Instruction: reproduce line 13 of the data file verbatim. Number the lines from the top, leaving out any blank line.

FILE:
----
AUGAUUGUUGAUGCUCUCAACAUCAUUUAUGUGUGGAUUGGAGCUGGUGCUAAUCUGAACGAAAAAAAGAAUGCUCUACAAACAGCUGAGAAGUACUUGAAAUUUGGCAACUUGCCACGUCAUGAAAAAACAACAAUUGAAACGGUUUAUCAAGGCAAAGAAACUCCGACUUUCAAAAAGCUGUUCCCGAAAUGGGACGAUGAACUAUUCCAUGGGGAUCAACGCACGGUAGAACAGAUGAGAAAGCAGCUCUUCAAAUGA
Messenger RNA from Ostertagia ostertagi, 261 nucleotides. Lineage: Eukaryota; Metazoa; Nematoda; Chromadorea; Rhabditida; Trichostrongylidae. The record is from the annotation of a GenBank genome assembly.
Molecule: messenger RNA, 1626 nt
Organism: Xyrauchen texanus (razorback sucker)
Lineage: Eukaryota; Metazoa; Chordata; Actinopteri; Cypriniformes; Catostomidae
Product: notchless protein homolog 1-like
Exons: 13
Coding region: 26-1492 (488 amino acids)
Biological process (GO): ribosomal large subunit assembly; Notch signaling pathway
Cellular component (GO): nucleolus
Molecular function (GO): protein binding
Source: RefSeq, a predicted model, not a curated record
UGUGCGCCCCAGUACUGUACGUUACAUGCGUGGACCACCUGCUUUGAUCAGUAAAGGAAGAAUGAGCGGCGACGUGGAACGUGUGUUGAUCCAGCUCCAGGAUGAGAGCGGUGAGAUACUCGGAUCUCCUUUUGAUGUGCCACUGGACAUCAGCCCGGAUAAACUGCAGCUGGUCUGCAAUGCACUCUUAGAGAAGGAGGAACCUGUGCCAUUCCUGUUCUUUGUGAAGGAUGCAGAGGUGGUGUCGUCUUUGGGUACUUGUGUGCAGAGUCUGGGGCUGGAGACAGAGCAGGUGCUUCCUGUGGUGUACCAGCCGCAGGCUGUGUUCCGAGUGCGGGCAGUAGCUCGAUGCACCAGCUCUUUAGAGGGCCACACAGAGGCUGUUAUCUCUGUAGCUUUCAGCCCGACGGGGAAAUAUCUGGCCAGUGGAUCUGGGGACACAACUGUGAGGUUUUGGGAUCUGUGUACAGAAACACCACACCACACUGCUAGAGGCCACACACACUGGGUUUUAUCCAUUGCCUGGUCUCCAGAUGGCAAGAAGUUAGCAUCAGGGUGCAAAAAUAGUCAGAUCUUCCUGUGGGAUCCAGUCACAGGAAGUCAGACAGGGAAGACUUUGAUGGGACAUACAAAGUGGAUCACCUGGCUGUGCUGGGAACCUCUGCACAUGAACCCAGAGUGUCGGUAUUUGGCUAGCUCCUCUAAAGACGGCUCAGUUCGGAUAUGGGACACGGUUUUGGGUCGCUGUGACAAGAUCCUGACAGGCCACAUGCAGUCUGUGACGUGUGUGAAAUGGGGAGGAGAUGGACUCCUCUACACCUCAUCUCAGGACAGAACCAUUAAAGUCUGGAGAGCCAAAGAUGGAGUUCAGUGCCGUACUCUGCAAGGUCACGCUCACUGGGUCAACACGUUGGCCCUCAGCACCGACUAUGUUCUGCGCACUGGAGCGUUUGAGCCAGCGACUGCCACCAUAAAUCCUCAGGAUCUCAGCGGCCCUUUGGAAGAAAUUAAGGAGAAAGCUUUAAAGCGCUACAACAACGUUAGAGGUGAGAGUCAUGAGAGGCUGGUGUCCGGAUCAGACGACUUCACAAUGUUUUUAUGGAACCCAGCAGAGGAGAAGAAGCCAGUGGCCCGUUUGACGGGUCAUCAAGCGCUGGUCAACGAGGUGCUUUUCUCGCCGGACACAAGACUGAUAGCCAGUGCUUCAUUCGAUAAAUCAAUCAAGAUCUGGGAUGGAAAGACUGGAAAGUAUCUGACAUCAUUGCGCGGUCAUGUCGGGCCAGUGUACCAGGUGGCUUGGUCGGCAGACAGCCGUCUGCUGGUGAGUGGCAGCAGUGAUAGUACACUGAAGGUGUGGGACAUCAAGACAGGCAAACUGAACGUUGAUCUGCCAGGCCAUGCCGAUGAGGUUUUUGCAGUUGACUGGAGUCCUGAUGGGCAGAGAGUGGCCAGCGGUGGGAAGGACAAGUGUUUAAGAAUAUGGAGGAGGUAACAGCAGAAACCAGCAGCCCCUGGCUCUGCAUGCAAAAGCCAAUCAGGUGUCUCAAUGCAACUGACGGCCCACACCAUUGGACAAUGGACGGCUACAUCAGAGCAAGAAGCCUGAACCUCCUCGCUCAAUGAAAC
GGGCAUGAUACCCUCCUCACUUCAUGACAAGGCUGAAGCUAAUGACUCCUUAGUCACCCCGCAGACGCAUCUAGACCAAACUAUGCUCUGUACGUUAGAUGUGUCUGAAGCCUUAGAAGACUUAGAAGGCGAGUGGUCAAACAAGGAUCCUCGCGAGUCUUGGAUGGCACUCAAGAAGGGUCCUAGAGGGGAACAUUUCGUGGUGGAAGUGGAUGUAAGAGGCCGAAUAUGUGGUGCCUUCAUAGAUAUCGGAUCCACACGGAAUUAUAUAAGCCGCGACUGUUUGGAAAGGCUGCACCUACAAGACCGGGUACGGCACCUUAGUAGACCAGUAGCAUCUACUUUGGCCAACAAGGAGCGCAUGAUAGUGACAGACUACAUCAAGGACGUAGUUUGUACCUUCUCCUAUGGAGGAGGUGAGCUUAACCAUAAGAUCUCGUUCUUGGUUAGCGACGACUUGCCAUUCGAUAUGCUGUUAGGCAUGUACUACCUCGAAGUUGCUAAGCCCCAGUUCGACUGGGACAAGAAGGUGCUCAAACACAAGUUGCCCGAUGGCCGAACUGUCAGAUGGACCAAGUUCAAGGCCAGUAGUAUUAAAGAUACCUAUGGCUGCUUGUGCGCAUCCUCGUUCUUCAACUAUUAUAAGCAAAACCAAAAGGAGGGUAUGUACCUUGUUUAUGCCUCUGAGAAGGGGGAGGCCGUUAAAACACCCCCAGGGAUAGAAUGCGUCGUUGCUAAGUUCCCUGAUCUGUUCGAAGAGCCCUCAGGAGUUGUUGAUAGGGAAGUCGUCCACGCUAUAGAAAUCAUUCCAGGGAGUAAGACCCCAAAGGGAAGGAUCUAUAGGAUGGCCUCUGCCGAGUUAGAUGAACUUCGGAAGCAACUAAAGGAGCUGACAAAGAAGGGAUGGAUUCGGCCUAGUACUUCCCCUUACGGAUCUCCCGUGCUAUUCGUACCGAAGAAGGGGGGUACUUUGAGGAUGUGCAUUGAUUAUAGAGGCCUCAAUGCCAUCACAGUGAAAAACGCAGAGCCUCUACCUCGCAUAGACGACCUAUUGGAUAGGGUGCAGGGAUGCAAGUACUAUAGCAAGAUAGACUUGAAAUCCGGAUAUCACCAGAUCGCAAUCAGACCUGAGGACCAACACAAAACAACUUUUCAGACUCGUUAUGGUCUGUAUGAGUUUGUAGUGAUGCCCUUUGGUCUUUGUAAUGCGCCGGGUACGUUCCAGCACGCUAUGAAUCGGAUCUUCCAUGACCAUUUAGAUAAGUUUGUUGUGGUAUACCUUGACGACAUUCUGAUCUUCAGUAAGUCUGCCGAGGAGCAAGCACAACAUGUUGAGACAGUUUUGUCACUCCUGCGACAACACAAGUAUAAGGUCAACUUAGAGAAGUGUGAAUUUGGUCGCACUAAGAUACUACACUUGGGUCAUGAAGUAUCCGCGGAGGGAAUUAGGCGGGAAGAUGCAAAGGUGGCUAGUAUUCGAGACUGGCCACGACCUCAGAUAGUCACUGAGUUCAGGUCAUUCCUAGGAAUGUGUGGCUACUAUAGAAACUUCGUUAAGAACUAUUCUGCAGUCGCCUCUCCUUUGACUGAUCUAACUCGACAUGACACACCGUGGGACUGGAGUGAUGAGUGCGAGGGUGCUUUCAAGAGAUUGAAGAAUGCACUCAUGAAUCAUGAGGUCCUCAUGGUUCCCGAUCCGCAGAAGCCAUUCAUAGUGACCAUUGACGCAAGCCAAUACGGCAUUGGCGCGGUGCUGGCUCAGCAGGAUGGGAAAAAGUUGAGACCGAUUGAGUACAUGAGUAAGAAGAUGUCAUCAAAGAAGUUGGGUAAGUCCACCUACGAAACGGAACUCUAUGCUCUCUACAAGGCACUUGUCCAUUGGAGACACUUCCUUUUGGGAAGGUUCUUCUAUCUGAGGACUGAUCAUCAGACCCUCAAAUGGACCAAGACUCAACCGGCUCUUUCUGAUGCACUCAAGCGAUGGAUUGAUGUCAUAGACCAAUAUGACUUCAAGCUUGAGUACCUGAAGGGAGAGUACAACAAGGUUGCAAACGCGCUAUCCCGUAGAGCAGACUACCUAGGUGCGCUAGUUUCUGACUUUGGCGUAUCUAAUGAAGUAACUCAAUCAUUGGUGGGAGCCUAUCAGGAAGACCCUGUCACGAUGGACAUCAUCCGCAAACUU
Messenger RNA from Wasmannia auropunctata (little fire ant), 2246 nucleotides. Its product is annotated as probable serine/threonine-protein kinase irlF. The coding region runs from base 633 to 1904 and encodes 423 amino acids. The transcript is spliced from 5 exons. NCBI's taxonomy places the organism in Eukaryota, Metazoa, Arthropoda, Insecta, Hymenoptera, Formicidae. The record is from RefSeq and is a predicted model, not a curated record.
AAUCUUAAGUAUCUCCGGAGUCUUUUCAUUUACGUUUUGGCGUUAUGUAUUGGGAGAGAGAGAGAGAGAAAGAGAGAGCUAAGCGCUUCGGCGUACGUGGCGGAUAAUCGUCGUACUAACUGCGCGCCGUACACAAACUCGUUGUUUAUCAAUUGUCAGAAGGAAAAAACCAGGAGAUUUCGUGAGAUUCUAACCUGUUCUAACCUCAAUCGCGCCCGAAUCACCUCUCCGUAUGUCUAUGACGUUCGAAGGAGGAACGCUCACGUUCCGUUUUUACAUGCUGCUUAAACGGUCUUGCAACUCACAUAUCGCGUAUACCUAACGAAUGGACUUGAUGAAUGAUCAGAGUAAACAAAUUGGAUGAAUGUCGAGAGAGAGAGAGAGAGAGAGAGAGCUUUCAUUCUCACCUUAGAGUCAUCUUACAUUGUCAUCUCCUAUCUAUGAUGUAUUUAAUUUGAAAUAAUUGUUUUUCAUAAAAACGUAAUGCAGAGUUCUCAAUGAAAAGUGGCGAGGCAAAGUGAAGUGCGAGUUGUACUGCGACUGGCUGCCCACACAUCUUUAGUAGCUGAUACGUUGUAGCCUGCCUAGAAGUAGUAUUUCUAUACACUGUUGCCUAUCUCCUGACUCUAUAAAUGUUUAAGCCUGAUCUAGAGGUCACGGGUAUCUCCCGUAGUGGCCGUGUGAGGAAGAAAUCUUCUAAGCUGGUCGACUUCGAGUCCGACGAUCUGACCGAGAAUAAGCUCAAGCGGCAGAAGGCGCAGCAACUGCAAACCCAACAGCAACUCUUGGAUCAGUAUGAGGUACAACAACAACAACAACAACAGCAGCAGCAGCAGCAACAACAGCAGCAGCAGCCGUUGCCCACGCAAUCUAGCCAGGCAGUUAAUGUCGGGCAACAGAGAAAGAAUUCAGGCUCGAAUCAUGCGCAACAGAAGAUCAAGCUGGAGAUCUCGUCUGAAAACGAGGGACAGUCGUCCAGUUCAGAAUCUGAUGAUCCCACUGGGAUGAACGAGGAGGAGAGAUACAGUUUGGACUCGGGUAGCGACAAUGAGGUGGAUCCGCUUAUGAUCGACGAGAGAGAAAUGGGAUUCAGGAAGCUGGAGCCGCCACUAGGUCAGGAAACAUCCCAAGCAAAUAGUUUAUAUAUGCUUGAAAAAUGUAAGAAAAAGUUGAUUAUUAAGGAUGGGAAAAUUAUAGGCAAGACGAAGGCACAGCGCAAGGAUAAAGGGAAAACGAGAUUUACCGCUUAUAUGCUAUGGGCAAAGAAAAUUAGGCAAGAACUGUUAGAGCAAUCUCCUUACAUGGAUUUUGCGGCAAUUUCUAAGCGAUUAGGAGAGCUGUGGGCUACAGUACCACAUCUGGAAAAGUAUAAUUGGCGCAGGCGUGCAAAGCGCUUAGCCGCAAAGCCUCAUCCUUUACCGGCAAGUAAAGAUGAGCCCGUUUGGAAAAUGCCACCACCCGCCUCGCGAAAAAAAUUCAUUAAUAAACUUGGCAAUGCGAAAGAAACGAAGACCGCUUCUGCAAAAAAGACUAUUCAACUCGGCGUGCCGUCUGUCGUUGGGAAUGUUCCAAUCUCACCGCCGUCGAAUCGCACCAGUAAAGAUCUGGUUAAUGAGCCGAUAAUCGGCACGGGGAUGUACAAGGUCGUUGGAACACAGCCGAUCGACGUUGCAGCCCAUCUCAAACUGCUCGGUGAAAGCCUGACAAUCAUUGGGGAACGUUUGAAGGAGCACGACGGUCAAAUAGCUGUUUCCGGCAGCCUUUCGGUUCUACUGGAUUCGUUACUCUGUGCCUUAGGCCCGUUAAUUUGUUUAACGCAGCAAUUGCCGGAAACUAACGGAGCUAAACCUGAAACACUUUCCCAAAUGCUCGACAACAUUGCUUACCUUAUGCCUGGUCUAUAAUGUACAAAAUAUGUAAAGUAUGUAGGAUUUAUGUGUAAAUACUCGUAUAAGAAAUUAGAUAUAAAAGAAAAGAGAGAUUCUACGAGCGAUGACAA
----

UGUGCGCCCCAGUACUGUACGUUACAUGCGUGGACCACCUGCUUUGAUCAGUAAAGGAAGAAUGAGCGGCGACGUGGAACGUGUGUUGAUCCAGCUCCAGGAUGAGAGCGGUGAGAUACUCGGAUCUCCUUUUGAUGUGCCACUGGACAUCAGCCCGGAUAAACUGCAGCUGGUCUGCAAUGCACUCUUAGAGAAGGAGGAACCUGUGCCAUUCCUGUUCUUUGUGAAGGAUGCAGAGGUGGUGUCGUCUUUGGGUACUUGUGUGCAGAGUCUGGGGCUGGAGACAGAGCAGGUGCUUCCUGUGGUGUACCAGCCGCAGGCUGUGUUCCGAGUGCGGGCAGUAGCUCGAUGCACCAGCUCUUUAGAGGGCCACACAGAGGCUGUUAUCUCUGUAGCUUUCAGCCCGACGGGGAAAUAUCUGGCCAGUGGAUCUGGGGACACAACUGUGAGGUUUUGGGAUCUGUGUACAGAAACACCACACCACACUGCUAGAGGCCACACACACUGGGUUUUAUCCAUUGCCUGGUCUCCAGAUGGCAAGAAGUUAGCAUCAGGGUGCAAAAAUAGUCAGAUCUUCCUGUGGGAUCCAGUCACAGGAAGUCAGACAGGGAAGACUUUGAUGGGACAUACAAAGUGGAUCACCUGGCUGUGCUGGGAACCUCUGCACAUGAACCCAGAGUGUCGGUAUUUGGCUAGCUCCUCUAAAGACGGCUCAGUUCGGAUAUGGGACACGGUUUUGGGUCGCUGUGACAAGAUCCUGACAGGCCACAUGCAGUCUGUGACGUGUGUGAAAUGGGGAGGAGAUGGACUCCUCUACACCUCAUCUCAGGACAGAACCAUUAAAGUCUGGAGAGCCAAAGAUGGAGUUCAGUGCCGUACUCUGCAAGGUCACGCUCACUGGGUCAACACGUUGGCCCUCAGCACCGACUAUGUUCUGCGCACUGGAGCGUUUGAGCCAGCGACUGCCACCAUAAAUCCUCAGGAUCUCAGCGGCCCUUUGGAAGAAAUUAAGGAGAAAGCUUUAAAGCGCUACAACAACGUUAGAGGUGAGAGUCAUGAGAGGCUGGUGUCCGGAUCAGACGACUUCACAAUGUUUUUAUGGAACCCAGCAGAGGAGAAGAAGCCAGUGGCCCGUUUGACGGGUCAUCAAGCGCUGGUCAACGAGGUGCUUUUCUCGCCGGACACAAGACUGAUAGCCAGUGCUUCAUUCGAUAAAUCAAUCAAGAUCUGGGAUGGAAAGACUGGAAAGUAUCUGACAUCAUUGCGCGGUCAUGUCGGGCCAGUGUACCAGGUGGCUUGGUCGGCAGACAGCCGUCUGCUGGUGAGUGGCAGCAGUGAUAGUACACUGAAGGUGUGGGACAUCAAGACAGGCAAACUGAACGUUGAUCUGCCAGGCCAUGCCGAUGAGGUUUUUGCAGUUGACUGGAGUCCUGAUGGGCAGAGAGUGGCCAGCGGUGGGAAGGACAAGUGUUUAAGAAUAUGGAGGAGGUAACAGCAGAAACCAGCAGCCCCUGGCUCUGCAUGCAAAAGCCAAUCAGGUGUCUCAAUGCAACUGACGGCCCACACCAUUGGACAAUGGACGGCUACAUCAGAGCAAGAAGCCUGAACCUCCUCGCUCAAUGAAAC